Back in January, when the UK government first took the decision to allow Huawei limited access to the UK’s 5G network, excluding them from the core and limiting them to 35% market share, UK security services praised the decision; indeed, prior to the announcement, head of MI5, Sir Andrew Parker, shrugged off qualms about working with Huawei.
Now, however, the playing field has changed dramatically…
Back in January, when the UK government first took the decision to allow Huawei limited access to the UK’s 5G network, excluding them from the core and limiting them to 35% market share, UK security services praised the decision; indeed, prior to the announcement, head of MI5, Sir Andrew Parker, shrugged off qualms
about working with Huawei.
Now, however, the playing field has changed dramatically.
Recent months have seen Huawei dealt blow and blow by the US government, the latest of which will do serious damage to the company’s supply chain and may scupper their role in UK 5G as a result.
The latest move
by the Federal Communications Commission effectively stops Huawei from gaining access to US tech, which will be hugely disruptive to the company’s supply chain, especially in the semiconductor sector. This move is expected to have major ramifications not only for Huawei itself but for the entire industry, with some postulating that Huawei will be forced to expand and develop its own domestic supply chain.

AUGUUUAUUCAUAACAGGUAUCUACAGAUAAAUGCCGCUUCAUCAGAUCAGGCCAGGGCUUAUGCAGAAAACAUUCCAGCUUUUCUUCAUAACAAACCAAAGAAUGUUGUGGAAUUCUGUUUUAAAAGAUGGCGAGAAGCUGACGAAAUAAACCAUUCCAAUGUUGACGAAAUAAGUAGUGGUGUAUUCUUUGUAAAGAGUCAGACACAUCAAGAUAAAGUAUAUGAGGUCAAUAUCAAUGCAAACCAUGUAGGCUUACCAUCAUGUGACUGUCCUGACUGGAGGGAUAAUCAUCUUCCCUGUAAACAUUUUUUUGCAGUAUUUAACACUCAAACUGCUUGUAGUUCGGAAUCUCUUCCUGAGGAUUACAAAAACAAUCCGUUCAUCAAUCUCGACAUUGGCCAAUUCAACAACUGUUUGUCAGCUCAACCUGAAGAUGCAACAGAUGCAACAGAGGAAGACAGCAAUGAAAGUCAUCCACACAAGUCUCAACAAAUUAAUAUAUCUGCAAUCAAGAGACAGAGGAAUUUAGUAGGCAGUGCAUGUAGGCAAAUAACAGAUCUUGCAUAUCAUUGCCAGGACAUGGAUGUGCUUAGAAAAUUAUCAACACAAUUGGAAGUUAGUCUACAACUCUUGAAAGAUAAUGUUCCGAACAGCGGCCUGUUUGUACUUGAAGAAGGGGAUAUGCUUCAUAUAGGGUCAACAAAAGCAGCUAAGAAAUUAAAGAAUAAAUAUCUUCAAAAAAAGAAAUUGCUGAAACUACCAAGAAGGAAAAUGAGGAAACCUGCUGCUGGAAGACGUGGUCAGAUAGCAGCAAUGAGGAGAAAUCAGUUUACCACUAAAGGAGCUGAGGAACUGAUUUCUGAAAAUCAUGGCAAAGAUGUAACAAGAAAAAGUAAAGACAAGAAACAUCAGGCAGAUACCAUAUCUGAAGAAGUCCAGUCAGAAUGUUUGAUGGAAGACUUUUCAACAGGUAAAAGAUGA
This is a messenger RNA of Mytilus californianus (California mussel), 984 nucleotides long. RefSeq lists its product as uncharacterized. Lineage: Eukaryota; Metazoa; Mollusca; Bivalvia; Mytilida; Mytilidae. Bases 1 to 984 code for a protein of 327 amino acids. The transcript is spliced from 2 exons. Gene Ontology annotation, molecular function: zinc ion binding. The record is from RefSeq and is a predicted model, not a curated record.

It is here that the issue arises as far as the UK is concerned. Currently, Huawei equipment is manufactured, at least in part, by US companies trusted by the UK security services. Without access to these US parts, Huawei’s new supply chain will be predominantly little-known to UK security services, who cannot therefore guarantee their associated risk.
“UK intelligence services can therefore no longer provide the needed assurances that Chinese-made equipment is still safe to use in the UK’s telecoms network,” said Sir John Sawers, former head of MI6.
GCHQ’s National Cyber Security Centre is expected to present a report to PM Boris Johnson later this week, with Culture Secretary Oliver Dowden likely to recommend Huawei be phased out by 2029.
In fact, the phase our programme could come much sooner as a result of political pressure – not only from the US, but also internally. Rebel MPs lost a vote
back in March that would have seen the phase out of Huawei from UK 5G infrastructure take place over the next three years; now, this same group is threatening further rebellion if the Chinese company is not phased out before the end of the current parliament, due to finish in 2024.
Naturally, this news will come as a delight to the US, which has been lobbying against Huawei for years now. However, there are some sections of the industry in the UK that do not share such warm sentiments, seeing the impact of the US sanctions as effectively dictating UK policy.
Just how quickly could Huawei be phased out and how expensive would it be? Find out from the experts at this year’s Connected Britain
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